Back in the habs again, Dre-jin anchored himself with one foot on a torn locker hinge, bent over at the waist, his breath cutting into his throat as he attempted to draw air in, expel it out. His posture wasn’t helping, it just felt like a natural thing to do. Natural?! A cynical laugh itched at his windpipe, but his didn’t have enough breath for it to emerge, so it just added to the hurt.
Re-wiring gene networks of a natural biological cell for customized behavior has promising applications in biomedicine and biotechnology, made possible via a broad field of science known as - synthetic biology.
In early March, a clinical trial reported results of an experimental treatment for migraine, which in two hours provides noticeable reductions in pain. And, most importantly, the treatments don't use opioids. In fact, the treatments don't even use drugs. Pain relief is provided by an electronic patch worn on the arm and controlled by a smartphone that sends mild electrical impulses through the nervous system to block pain signals to the brain.
Journeyman Engineer Ned Shinichi stood with both hands poised over the instrument panel. It wasn’t hesitation, he told himself, it wasn’t apprehension or fear or anything negative. No. It was awe, pure and simple.
One of the greatest magicians in history, Harry Houdini, was well known for his death-defying stunts and mind-blowing escapes from sealed chambers. One of his most astounding tricks was reading a person’s mind. Houdini himself took great pains to inform audiences that all his feats were illusion. He would state plainly to the people in the audience that reading minds was impossible. Houdini was even on a committee organized by Scientific American that offered a substantial reward for anyone proving, conclusively, that they had psychic power. No one ever collected.
Mind-reading, or telepathy, has long been solely within the purview of science fiction and fantasy. Science and technology, however, seems poised to turn telepathy into scientific fact.
Work is under way at universities around the world where researchers have been able to use advanced sensors to read individual words, images, and thoughts in a subject’s brain. The technology is, by no means, perfected, but it has been postulated by some scientists at IBM that, within the next five years, we will be able to communicate with computers using our minds.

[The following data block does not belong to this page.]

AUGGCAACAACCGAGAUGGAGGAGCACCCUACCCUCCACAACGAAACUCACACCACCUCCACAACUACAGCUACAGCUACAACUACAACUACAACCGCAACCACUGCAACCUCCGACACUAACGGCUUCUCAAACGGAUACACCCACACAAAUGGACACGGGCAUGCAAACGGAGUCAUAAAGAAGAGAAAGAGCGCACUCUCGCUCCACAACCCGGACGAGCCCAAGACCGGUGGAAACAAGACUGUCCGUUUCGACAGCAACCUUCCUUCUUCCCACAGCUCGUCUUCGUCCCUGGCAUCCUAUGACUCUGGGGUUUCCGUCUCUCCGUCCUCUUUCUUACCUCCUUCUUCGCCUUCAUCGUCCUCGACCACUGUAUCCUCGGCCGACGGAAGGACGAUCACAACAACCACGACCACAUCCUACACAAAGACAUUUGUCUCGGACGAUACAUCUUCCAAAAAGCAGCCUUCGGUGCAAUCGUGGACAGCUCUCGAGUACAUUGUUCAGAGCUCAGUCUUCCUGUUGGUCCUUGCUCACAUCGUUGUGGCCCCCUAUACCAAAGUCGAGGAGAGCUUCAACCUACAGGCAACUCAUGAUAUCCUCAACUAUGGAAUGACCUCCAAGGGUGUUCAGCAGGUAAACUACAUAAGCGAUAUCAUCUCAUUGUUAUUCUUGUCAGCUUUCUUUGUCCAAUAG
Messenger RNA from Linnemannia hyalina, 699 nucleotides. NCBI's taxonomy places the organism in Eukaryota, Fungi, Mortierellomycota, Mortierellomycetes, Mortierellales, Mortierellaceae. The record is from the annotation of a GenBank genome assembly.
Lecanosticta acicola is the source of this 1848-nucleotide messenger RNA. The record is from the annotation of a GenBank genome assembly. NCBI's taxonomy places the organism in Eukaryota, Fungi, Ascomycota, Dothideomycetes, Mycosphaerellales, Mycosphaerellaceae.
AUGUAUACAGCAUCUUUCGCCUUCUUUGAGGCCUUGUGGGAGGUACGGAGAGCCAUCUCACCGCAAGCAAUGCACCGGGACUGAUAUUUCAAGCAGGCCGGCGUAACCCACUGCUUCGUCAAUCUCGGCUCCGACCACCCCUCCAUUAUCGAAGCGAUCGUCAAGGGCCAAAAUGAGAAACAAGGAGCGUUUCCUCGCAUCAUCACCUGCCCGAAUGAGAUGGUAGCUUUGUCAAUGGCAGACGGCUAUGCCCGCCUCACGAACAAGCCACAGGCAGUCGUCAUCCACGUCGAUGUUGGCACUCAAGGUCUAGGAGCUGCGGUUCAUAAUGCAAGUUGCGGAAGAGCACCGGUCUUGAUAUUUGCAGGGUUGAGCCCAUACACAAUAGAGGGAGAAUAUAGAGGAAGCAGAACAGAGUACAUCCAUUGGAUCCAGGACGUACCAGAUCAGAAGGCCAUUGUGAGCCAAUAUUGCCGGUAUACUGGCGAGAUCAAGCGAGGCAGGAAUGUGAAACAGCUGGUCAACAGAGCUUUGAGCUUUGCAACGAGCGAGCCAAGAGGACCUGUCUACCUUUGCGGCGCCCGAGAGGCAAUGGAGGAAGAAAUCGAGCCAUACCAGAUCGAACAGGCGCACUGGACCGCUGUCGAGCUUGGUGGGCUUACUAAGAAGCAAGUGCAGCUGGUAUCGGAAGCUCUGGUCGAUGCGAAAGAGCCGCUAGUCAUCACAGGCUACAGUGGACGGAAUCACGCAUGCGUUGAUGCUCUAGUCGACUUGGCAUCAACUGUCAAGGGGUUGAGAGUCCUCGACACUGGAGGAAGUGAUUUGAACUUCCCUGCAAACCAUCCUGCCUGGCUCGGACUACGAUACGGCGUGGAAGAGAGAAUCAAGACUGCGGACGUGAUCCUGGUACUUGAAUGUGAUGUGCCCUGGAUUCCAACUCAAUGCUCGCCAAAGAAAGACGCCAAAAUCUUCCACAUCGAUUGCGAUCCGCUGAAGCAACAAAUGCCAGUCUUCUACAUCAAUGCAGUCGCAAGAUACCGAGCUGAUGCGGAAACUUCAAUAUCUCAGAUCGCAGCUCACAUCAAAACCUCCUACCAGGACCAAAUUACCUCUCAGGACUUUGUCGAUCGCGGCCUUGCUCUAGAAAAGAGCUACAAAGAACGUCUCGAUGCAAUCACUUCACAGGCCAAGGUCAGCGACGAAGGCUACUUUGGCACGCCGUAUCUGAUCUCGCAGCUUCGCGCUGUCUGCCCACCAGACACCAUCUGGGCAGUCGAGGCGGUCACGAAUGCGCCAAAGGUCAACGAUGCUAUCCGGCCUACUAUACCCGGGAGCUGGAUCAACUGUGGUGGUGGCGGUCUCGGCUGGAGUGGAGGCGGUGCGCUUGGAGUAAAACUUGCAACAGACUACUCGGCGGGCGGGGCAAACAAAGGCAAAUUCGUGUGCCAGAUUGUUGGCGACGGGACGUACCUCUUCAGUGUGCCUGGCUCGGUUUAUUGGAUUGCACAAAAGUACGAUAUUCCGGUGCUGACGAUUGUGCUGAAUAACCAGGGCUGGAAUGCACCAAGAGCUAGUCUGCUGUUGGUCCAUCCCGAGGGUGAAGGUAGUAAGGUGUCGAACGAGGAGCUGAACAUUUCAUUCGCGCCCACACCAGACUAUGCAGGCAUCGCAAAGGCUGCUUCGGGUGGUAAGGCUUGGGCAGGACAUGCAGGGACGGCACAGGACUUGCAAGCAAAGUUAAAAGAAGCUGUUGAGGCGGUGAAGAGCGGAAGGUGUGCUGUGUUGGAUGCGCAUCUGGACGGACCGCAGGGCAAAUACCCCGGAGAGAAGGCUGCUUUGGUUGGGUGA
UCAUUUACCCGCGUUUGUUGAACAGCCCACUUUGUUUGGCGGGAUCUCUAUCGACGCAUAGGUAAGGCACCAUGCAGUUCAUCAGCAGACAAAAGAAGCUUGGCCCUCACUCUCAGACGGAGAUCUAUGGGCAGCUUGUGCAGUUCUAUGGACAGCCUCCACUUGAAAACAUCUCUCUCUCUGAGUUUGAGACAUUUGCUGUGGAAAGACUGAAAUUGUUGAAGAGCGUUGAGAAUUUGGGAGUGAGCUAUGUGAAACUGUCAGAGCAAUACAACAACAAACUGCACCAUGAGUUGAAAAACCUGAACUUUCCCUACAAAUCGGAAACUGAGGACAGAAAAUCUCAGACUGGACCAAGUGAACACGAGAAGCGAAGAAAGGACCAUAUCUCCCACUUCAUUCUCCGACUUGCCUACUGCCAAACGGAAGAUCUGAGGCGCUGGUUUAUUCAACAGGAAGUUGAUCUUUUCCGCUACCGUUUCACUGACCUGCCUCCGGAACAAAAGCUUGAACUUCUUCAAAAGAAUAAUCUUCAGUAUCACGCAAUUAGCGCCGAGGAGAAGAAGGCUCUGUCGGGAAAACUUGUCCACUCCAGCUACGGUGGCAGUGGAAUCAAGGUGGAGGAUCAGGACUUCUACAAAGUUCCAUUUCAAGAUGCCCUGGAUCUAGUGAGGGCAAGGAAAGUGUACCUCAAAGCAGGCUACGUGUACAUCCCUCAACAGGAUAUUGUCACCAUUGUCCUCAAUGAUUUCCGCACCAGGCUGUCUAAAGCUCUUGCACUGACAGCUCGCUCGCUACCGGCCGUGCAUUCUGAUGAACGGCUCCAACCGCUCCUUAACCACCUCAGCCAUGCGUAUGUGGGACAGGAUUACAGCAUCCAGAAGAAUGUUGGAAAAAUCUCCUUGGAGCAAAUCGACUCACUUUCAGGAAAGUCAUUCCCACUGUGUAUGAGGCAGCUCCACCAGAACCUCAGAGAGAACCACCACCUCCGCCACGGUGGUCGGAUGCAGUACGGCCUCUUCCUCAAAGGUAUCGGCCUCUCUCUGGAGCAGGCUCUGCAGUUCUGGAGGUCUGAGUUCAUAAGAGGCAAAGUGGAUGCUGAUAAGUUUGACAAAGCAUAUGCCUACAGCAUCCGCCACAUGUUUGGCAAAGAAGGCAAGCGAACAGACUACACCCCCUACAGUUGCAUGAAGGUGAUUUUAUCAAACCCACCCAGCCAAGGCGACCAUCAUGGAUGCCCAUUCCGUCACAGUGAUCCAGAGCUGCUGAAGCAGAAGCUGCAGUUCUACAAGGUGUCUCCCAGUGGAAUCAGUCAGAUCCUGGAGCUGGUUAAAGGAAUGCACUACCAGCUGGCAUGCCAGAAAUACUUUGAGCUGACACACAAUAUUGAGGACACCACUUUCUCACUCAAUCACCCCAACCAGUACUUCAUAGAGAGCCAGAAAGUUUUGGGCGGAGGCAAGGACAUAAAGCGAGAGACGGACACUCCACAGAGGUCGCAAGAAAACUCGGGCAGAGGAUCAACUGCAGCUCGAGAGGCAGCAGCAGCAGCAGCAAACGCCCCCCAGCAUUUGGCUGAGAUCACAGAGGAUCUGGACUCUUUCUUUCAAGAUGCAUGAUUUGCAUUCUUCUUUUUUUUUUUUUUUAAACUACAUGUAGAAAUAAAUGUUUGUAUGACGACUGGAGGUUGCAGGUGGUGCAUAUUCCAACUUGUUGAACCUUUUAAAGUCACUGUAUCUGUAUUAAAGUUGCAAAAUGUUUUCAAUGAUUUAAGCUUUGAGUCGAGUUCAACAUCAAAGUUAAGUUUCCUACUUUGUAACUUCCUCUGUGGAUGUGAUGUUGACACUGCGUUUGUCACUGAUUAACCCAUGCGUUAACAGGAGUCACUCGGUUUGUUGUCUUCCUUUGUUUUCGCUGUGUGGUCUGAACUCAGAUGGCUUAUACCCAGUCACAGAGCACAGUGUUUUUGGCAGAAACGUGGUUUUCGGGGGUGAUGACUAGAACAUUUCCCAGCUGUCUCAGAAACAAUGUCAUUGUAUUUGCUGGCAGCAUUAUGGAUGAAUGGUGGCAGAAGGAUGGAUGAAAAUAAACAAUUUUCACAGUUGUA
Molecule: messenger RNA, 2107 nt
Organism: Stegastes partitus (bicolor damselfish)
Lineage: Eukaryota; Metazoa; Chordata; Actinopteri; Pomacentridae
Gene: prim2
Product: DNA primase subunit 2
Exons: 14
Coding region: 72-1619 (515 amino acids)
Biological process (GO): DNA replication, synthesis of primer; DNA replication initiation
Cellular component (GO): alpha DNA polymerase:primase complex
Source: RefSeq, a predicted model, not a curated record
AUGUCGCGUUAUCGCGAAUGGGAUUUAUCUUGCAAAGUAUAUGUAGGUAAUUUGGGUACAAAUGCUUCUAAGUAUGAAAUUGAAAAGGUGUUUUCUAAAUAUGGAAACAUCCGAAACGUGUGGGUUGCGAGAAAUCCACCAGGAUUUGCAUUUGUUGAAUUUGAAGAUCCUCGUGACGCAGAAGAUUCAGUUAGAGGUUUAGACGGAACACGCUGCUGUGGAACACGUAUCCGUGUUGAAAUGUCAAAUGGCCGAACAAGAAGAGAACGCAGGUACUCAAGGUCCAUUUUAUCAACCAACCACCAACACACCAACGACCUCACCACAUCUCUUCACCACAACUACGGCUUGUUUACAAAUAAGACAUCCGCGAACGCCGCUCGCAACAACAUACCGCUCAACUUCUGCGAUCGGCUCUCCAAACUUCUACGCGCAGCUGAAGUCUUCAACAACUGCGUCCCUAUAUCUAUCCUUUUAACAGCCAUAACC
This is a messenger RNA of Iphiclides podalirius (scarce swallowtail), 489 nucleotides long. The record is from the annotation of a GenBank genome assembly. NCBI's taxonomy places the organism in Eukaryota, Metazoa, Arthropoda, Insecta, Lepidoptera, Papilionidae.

It’s a staple of science fiction: the devices made by humans run afoul of their creators by learning how humans think. From the renegade HAL9000 in 2001: A Space Odyssey to the replicants in the sci-fi classic Blade Runner to the robot in the 2014 hit Ex Machina, and others besides — all would eventually achieve the same cunning and brutality as the human beings who created them.
"I'm not sure yet; I'm working on it. It's fat data, whatever it is." A whisk of Deshel's hand threw a graph above his console.
Big Hero 6 left an indelible image of a big, soft, huggable robot named Baymax who became young Hiro's best friend and a fellow crime fighter. However, news from Disney may leave visitors eager to visit the Magic Kingdom sooner rather than later.
As scientists gather more evidence, the idea that we are living in a simulation is beginning to look less like a fringe theory among sci-fi nerds and more like a legitimate explanation for the universe. The simulation theory, however, might end up connecting yet another fringe theory that attempts to explain the seeming silence of the universe -- a silence generally referred to as Fermi’s Paradox.